This is definitely a moment of truth for the Minnesota Orchestra.  It's plainly obvious they are a group of talented individuals (while the lockout was occurring, they were nominated for a Grammy for Best Orchestral Performance).  However, the key to their future is how the organization chooses to run itself.  The issues that created the deadlock revolved around a deep mistrust and lack of understanding between the administrative Board and the members of the Orchestra.  Only time will tell whether they can work together and help the organization safely get back on its own two feet.

In spite of this uncertainty, they can find inspiration out there from other American orchestras.  The Detroit Symphony Orchestra went on strike during the recession, and after what many saw as the death throes of a once great organization, everybody came out of talks with large pay cuts, but also more accessibility for the suffering citizens of the Motor City.  Last December saw the DSO finally balancing its budget for the first time since 2007.  And just yesterday, eight months ahead of schedule, the DSO ratified a new three-year contract

This positive work between administration and performers is just the vision the Minnesota Orchestra needs to take up.  Let's hope they can.

Wednesday, January 15, 2014

Some intriguing birthdays!

This Friday on Vivace, we will celebrate some interesting musical birthdays, including those of three fine but rarely-heard composers, Johann Muthel, John Stanley and François Gossec.

Two other important men feature in Friday's line-up.  We'll include some music of Ignacy Jan Paderewski, on the anniversary of his appointment as Prime Minister of Poland.  He was a composer who became a politician.  And at around 8 o'clock, you'll hear a unique string quartet by another birthday celebrant, a politician who became a composer, the man who, among other things, discovered the Gulf Stream and invented the lightning rod and bifocals.  

We start with an hour of Mozart's music, some of it arranged by Beethoven.

Altogether, we can promise you and interesting and delightful three hours of music this Friday.  As ever, I look forward to the pleasure of your company from 6-9 am for Vivace, here on WTJU.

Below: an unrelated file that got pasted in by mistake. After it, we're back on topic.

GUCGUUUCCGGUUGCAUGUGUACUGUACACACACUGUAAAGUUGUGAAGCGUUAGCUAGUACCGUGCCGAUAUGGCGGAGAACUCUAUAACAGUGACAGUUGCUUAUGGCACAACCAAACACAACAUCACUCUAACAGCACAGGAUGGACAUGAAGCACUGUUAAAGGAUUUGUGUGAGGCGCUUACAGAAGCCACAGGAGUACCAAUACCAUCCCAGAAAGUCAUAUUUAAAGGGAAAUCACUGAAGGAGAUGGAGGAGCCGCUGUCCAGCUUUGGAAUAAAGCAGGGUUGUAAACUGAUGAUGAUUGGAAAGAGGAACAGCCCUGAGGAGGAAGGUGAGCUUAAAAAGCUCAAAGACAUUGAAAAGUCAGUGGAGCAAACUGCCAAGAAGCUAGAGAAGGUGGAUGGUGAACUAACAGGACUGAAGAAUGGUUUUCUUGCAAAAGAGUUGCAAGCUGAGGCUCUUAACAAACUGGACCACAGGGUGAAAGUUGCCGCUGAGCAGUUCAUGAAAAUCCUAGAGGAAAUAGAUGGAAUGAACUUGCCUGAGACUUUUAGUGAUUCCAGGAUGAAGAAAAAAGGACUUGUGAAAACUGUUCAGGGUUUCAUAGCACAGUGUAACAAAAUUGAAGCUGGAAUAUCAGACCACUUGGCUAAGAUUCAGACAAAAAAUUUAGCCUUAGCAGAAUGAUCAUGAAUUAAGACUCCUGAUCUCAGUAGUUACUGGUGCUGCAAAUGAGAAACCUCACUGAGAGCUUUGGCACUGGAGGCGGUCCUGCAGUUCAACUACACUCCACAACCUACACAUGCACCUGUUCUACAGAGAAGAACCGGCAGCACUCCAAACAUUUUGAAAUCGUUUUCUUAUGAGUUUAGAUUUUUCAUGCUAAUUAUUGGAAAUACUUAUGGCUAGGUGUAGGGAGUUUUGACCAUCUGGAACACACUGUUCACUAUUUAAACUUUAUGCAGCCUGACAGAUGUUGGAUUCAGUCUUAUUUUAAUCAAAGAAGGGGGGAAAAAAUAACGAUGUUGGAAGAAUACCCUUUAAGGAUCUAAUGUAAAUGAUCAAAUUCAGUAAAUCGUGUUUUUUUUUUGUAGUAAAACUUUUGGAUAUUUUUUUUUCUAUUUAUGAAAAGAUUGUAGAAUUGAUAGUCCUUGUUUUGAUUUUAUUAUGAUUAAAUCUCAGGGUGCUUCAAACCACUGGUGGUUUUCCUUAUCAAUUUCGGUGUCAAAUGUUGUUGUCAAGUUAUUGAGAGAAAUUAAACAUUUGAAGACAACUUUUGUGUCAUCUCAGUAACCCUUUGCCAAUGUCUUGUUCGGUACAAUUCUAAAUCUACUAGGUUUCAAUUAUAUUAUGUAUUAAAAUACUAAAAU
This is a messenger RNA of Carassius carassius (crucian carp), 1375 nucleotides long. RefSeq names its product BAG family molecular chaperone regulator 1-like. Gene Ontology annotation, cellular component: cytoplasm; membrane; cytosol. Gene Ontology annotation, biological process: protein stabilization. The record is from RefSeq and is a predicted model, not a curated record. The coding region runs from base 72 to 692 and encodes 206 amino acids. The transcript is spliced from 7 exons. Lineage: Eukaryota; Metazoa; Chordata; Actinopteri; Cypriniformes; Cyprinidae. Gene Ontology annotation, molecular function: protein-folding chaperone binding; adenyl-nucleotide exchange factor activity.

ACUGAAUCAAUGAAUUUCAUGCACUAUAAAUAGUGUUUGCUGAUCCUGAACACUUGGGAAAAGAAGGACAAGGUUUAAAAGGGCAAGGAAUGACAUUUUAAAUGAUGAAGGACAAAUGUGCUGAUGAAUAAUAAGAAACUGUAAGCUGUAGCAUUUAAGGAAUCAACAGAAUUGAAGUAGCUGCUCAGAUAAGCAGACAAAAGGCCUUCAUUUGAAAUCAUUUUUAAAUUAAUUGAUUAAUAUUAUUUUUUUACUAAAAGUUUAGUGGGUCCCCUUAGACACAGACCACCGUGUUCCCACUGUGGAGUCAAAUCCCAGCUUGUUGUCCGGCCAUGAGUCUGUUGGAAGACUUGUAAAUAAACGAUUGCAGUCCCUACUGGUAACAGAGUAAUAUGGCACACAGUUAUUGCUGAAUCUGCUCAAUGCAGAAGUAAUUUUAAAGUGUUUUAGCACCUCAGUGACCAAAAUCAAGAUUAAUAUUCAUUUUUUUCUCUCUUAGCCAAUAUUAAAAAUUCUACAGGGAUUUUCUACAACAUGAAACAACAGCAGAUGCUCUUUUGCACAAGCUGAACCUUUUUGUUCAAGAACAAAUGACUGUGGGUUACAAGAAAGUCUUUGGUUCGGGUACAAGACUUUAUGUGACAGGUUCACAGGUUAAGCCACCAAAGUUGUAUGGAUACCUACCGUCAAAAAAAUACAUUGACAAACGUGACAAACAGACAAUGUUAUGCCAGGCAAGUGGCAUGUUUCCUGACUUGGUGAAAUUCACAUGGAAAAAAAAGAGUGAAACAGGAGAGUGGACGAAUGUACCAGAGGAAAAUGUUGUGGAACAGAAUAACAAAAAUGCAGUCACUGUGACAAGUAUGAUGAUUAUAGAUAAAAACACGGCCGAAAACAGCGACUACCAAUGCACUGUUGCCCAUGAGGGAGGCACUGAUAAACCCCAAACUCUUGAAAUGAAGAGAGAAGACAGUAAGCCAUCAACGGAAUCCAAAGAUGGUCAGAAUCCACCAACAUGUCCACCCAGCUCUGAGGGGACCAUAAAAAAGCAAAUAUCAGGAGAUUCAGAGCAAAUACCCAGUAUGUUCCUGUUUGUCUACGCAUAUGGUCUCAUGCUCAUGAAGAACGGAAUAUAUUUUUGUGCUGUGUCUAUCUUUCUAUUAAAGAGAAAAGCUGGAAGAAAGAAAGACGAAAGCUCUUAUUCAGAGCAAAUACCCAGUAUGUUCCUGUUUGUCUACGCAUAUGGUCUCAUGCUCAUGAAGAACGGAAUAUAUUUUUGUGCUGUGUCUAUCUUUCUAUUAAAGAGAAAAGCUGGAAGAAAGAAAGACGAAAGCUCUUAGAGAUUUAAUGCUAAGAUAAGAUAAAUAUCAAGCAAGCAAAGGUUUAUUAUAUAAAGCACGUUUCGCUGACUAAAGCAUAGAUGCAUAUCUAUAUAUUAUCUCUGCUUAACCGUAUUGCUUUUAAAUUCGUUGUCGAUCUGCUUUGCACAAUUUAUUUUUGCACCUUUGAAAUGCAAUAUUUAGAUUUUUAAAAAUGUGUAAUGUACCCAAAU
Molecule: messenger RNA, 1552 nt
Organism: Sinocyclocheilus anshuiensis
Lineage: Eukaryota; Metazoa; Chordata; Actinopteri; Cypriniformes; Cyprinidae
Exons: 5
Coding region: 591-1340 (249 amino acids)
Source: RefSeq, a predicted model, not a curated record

You can also replay the program anytime from the WTJU archives. This program will be available for replay through 1/31/14,

Tuesday, January 14, 2014

University of Kansas Wind Ensemble excels with Glass/Fairouz release

Philip Glass: Concerto Fantasy for Two Timpanists and Orchestra
Mohammed Fairouz: Symphony No. 4, 'In the Shadow of No Towers'
University of Kansas Wind Ensemble
Paul W. Popiel, conductor

The University of Kansas Wind Ensemble turns in an excellent recording of some challenging and memorable compositions. this university ensemble is first-rate, especially the soloists. The ensemble blend is seamless, and the playing rock-solid.

Philip Glass' concerto, Fantasy for Two Timpanists and Orchestra, works quite well in this transcription for wind ensemble. Glass' sparse ensemble writing sounds even more so without strings. The result is a work with a razor-sharp edge to it.

Mohammed Fairouz's Symphony No. 4 was based on the Art Spiegelman graphic novel "In the Shadow of the Towers." Fortunately, one doesn't have to be familiar with the source to make sense of the music. Fairoz's composition uses the more traditional voicings found in wind ensemble literature. But that doesn't make this work any less original. His take on Spiegelman's take on 9/11 juxtaposes the known and familiar with the strange and unknown.

Although the work deals with an emotionally heavy topic, it does so in an authentic fashion. No maudlin tune to mourn the fall of the towers, nor uplifting Coplandesque hymn at the end to signify hope. Fairouz uses a sophisticated musical language to convey the complex and sometimes conflicting emotions 9/11 sparked. And I think he succeeds.

Monday, January 13, 2014

Machaut: Songs from "Le Voir Dit" - Intimate music in an intimate performance

Machaut: Songs from Le Voir Dit
The Orlando Consort

Machaut’s poem Le Voir Dit, written when he was in his sixties, recounts a love affair between himself and a young girl. Machaut included several pieces of music to help illustrate the text – a true multi-media medieval work of art.

This is spare, yet intimate music. Machaut was acknowledged to be one of the greatest poets and composers of his age – and that dual mastery is apparent. The 20-minute Le Lay De Bon Esperance, for example, is set for solo voice. Yet the text and music so perfectly match that the emotion of the poem is communicated even when the listener (such as myself) understands not a word.

The polyphonic songs, such as Se Pour Ce Muir, are textbook examples of ars nova. Macheaut uses isorhythms to develop each line independently. And yet all the voices work together, making the sound an organic whole that is as stark and beautiful as the gothic architecture that inspired it.

The Orlando Consort is recorded with microphones closely placed. It’s a very clean record with virtually no ambiance. And in this case, that’s a good thing. Unlike Machaut’s religious works, meant to be sung in the resonant spaces of cathedrals, these songs are private messages to the reader of Le Voir Dit. Which is how the Orlando Consort performs them.

Friday, January 10, 2014

Garrick Ohlsson: Liszt with Fluency and Finesse

Franz Liszt, Vol. 2
Garrick Ohlsson, piano
Bridge Records

The challenge with playing Franz Liszt's piano music is finding that balance between technical brilliance and insightful musicianship. The technical challenges in the music are huge -- which is why so many pianists take them on. If you can play Liszt without breaking a sweat, you can play just about anything. But what sometimes gets lost is the reason for all those notes.